lowest concentration of chlorine in air
(other than LC50) which has been reported to
cause death in humans or animals is listed as
C. Aquatic Life -- Chlorine is only slightly
soluble in water and there would be little
absorption from a cloud of chlorine gas.
Many forms of aquatic life are adversely
affected by chlorine in concentrations well
below 0.1 ppm but harmful concentrations are
unlikely unless chlorine is discharged
directly into water.
DISPOSAL OF CHLORINE REMAINING IN CONTAINER
The stopping of leaks by the emergency devices is only an
interim measure; the ton container must be emptied as soon
as possible. Chlorine may be passed into and
absorbed by a
solution of caustic soda or soda ash. Each 100 pounds of
chlorine to be absorbed requires either at least 125 pounds
of caustic soda dissolved in about 42 gallons of water or
300 pounds of soda ash dissolved in about 100 gallons of
If the chlorine cannot be consumed or absorbed, the capped
or plugged container should be removed to a remote area.
Consult with the chlorine supplier immediately & arrange for
CHLORINE KIT B LIMITATIONS
Some ton containers in current use are of such design that
application of kit "B" devices might be difficult or
impossible. Among these are included those containers with
double-dished heads; with fusible plugs located too close to
valve protection hood lugs (precluding proper placement of
device 4); with valve protection hood fastened by means of a
single stud located between the two operating valves
(precluding use of device 12); and, with over-sized valve
(precluding proper seating of gasket 4-12BMV, 12 BBV
or 12MV and of hood assembly 12A.)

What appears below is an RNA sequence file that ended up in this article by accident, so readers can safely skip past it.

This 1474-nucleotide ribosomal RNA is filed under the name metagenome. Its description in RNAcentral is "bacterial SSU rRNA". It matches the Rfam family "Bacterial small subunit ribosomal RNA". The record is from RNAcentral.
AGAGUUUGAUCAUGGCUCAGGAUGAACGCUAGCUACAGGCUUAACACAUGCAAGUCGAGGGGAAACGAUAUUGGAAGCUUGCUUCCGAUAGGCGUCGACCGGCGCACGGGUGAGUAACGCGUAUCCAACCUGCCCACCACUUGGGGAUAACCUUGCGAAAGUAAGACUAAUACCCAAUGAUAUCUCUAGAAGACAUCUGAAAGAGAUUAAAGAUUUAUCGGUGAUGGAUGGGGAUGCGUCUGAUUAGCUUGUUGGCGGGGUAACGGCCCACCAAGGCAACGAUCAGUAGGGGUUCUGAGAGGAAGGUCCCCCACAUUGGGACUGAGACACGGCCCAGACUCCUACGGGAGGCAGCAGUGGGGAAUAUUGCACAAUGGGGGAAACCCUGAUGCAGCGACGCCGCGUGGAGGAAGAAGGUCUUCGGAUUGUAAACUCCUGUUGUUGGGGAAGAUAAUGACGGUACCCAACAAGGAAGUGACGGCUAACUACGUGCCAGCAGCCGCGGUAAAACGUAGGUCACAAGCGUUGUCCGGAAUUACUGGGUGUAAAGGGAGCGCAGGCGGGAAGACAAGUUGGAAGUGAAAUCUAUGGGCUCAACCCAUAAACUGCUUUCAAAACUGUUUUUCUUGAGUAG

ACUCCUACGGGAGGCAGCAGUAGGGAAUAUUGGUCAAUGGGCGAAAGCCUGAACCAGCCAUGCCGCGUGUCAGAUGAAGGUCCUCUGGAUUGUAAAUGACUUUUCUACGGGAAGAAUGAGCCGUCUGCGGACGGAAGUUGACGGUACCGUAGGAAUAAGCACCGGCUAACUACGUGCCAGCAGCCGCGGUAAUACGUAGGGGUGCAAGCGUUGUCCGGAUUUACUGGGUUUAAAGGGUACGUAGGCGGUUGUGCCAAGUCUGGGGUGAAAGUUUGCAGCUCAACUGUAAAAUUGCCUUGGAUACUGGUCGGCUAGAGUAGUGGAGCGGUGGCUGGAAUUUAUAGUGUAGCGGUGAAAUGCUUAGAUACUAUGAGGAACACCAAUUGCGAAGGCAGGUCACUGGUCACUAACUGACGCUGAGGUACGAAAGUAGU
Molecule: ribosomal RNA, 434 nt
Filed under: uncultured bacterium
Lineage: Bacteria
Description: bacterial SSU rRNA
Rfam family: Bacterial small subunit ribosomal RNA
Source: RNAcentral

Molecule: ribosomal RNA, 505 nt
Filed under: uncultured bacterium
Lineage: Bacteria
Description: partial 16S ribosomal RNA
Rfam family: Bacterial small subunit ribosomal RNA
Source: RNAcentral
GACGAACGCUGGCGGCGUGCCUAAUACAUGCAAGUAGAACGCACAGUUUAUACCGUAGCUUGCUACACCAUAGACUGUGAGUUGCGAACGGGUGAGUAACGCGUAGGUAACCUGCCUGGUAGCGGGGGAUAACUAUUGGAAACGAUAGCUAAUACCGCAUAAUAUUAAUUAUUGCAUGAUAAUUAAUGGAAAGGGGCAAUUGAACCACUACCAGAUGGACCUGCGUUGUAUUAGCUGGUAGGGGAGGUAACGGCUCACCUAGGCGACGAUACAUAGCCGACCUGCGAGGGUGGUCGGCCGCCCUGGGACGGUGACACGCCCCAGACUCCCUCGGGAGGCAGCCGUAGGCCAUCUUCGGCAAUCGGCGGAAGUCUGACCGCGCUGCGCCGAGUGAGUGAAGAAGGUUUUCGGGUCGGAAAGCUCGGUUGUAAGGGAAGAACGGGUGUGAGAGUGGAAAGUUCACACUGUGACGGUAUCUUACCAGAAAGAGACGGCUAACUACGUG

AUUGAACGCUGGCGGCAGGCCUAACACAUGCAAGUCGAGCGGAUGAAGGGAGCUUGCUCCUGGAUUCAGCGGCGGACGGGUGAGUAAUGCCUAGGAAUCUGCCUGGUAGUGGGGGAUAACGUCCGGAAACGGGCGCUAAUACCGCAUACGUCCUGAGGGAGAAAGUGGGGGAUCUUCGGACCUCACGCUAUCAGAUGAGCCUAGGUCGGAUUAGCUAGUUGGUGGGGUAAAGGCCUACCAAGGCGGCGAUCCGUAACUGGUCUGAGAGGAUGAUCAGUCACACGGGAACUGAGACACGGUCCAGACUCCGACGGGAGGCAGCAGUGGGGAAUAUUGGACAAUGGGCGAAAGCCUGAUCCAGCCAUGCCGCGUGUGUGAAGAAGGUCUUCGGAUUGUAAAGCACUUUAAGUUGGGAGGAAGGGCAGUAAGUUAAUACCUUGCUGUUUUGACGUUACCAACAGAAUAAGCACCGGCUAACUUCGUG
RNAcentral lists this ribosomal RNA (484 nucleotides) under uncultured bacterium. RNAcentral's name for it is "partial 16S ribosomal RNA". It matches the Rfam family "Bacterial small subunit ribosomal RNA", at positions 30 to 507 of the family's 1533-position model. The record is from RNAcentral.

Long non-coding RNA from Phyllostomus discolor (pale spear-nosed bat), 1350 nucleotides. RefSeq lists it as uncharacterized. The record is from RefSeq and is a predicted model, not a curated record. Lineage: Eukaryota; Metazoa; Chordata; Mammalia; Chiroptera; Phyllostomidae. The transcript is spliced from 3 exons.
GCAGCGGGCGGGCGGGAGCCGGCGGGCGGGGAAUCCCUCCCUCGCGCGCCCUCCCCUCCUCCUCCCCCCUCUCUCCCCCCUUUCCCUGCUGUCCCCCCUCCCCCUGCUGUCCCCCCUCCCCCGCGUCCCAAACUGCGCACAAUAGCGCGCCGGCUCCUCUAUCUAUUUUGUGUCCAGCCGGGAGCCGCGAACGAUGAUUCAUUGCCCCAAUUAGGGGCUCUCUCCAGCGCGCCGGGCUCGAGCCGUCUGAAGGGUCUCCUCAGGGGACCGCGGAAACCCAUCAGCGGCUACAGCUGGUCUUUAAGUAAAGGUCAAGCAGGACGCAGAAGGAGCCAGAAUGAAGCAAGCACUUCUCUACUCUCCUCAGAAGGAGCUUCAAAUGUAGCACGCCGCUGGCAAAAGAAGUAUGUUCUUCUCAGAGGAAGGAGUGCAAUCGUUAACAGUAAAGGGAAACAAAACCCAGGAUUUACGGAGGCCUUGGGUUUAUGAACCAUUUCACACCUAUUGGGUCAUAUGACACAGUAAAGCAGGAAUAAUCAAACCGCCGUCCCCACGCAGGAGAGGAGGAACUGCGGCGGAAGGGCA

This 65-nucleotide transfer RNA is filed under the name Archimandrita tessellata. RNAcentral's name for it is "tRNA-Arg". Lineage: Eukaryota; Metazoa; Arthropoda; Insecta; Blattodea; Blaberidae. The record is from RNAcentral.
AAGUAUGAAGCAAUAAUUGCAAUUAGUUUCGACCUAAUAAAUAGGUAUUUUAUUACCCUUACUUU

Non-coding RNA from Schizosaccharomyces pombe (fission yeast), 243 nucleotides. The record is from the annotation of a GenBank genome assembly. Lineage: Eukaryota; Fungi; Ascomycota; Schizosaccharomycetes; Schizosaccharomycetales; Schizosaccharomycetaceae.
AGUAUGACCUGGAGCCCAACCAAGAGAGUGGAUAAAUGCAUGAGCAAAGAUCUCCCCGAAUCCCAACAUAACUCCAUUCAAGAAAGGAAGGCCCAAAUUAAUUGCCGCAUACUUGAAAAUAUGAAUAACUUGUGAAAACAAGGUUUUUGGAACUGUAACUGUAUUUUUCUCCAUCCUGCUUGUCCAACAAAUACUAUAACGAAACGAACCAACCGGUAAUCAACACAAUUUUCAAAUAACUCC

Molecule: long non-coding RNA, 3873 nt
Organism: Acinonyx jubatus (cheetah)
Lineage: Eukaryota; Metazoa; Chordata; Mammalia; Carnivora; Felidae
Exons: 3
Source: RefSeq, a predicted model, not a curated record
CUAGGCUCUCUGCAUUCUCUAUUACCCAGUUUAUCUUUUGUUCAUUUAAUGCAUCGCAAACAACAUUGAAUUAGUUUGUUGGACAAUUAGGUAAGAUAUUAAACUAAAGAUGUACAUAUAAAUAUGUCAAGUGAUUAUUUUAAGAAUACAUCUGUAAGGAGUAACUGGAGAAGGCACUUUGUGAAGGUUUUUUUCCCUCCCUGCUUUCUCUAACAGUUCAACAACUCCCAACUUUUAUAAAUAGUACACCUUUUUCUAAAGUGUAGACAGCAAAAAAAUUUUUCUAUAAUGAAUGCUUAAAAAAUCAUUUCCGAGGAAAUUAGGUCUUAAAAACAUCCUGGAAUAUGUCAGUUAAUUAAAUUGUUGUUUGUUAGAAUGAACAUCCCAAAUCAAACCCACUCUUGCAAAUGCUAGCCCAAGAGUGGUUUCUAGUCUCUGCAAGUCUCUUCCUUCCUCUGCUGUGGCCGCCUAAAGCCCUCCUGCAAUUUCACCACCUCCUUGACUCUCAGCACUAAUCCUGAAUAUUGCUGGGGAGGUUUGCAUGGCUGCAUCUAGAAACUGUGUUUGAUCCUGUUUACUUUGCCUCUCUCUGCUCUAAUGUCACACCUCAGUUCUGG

Kit "B" devices also are unsuitable for stopping leaks
around the chime of ton containers.
FIRST AID FOR CHLORINE EXPOSURE
ALWAYS CALL 911 FOR SOMEONE THAT HAS EXPOSED TO CHLORINE!!
A. Be cautious, do not become a casualty
B. Prompt treatment is essential. Firmness and
assurance to exposed persons will assist in
C. Immediately remove exposed person to an
D. Remove any contaminated clothing and wash
contaminated parts of the body.
E. Never give anything by mouth to an
F. Call 911 and obtain medical assistance.
Chlorine Gas Inhalation
A. When Breathing has Ceased.
1. Commence artificial respiration
2. Administer oxygen as soon as possible.
The SCBA will be sufficient enough
until the ambulance gets to the plant.
B. If Breathing has not Ceased.
1. Place patient in a comfortable position.
2. Administer oxygen as soon as possible.
The SCBA will be sufficient enough
until the ambulance gets to the plant.
3. Keep patient warm and at rest.
4. Render any other necessary first aid.
Liquid Chlorine Eye Contact
A. Flush eyes immediately with copious amounts
of running water for 15 (fifteen) minutes.
B. Forcibly hold eyelids apart to ensure
complete irrigation of eye and lid tissues.
C. Do not attempt chemical neutralization of any
Liquid Chlorine Skin Contact
A. Place person in the emergency shower,
removing clothes in shower.
B. Wash well with copious amounts of soap and
C. Apply no greases unles
s ordered by a
A. Protection from chlorine gas must be provided
first of all for the respiratory system
followed closely by protection for the eyes. This normally
takes the form of a full-face mask with
a positive pressure air system.
B. SCBA's are required for any routine
maintenance, connecting or
disconnecting cylinders and loading/unloading or cylinders.
C. Protection for the rest of the body is
available (Tyvex suits) if personnel
determines it is necessary and if the concentration is above
10ppm then the Bowling Green Fire
Department is called for Level A Suit entry.
Gaseous chlorine combines with water
(perspiration) to form a weak acid -
hypochlorous acid. When chlorine gas dissolves in
perspiration, the weak acid creates mild skin
burns similar to those that might be created by strong